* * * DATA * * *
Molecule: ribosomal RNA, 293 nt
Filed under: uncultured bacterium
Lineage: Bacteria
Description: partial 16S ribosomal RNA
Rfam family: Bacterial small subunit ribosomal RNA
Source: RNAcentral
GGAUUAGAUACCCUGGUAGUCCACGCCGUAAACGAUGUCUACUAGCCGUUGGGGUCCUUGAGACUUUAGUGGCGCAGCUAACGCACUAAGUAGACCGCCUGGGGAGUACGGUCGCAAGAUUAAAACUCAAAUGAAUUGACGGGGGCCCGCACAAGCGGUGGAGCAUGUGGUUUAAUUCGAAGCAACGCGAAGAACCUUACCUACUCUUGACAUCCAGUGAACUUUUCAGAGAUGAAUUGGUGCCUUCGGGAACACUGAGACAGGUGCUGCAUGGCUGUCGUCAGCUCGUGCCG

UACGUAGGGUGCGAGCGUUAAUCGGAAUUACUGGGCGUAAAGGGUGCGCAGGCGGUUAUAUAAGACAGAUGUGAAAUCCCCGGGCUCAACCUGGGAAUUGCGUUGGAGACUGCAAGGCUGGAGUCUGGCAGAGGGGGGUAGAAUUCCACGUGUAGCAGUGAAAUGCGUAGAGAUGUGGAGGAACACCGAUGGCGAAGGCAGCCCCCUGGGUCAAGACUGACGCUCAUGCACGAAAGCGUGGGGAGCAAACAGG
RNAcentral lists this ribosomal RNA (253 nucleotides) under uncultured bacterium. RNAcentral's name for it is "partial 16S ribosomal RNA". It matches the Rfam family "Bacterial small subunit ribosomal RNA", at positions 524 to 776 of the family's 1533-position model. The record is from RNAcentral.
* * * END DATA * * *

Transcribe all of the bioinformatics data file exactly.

Molecule: ribosomal RNA, 293 nt
Filed under: uncultured bacterium
Lineage: Bacteria
Description: partial 16S ribosomal RNA
Rfam family: Bacterial small subunit ribosomal RNA
Source: RNAcentral
GGAUUAGAUACCCUGGUAGUCCACGCCGUAAACGAUGUCUACUAGCCGUUGGGGUCCUUGAGACUUUAGUGGCGCAGCUAACGCACUAAGUAGACCGCCUGGGGAGUACGGUCGCAAGAUUAAAACUCAAAUGAAUUGACGGGGGCCCGCACAAGCGGUGGAGCAUGUGGUUUAAUUCGAAGCAACGCGAAGAACCUUACCUACUCUUGACAUCCAGUGAACUUUUCAGAGAUGAAUUGGUGCCUUCGGGAACACUGAGACAGGUGCUGCAUGGCUGUCGUCAGCUCGUGCCG

UACGUAGGGUGCGAGCGUUAAUCGGAAUUACUGGGCGUAAAGGGUGCGCAGGCGGUUAUAUAAGACAGAUGUGAAAUCCCCGGGCUCAACCUGGGAAUUGCGUUGGAGACUGCAAGGCUGGAGUCUGGCAGAGGGGGGUAGAAUUCCACGUGUAGCAGUGAAAUGCGUAGAGAUGUGGAGGAACACCGAUGGCGAAGGCAGCCCCCUGGGUCAAGACUGACGCUCAUGCACGAAAGCGUGGGGAGCAAACAGG
RNAcentral lists this ribosomal RNA (253 nucleotides) under uncultured bacterium. RNAcentral's name for it is "partial 16S ribosomal RNA". It matches the Rfam family "Bacterial small subunit ribosomal RNA", at positions 524 to 776 of the family's 1533-position model. The record is from RNAcentral.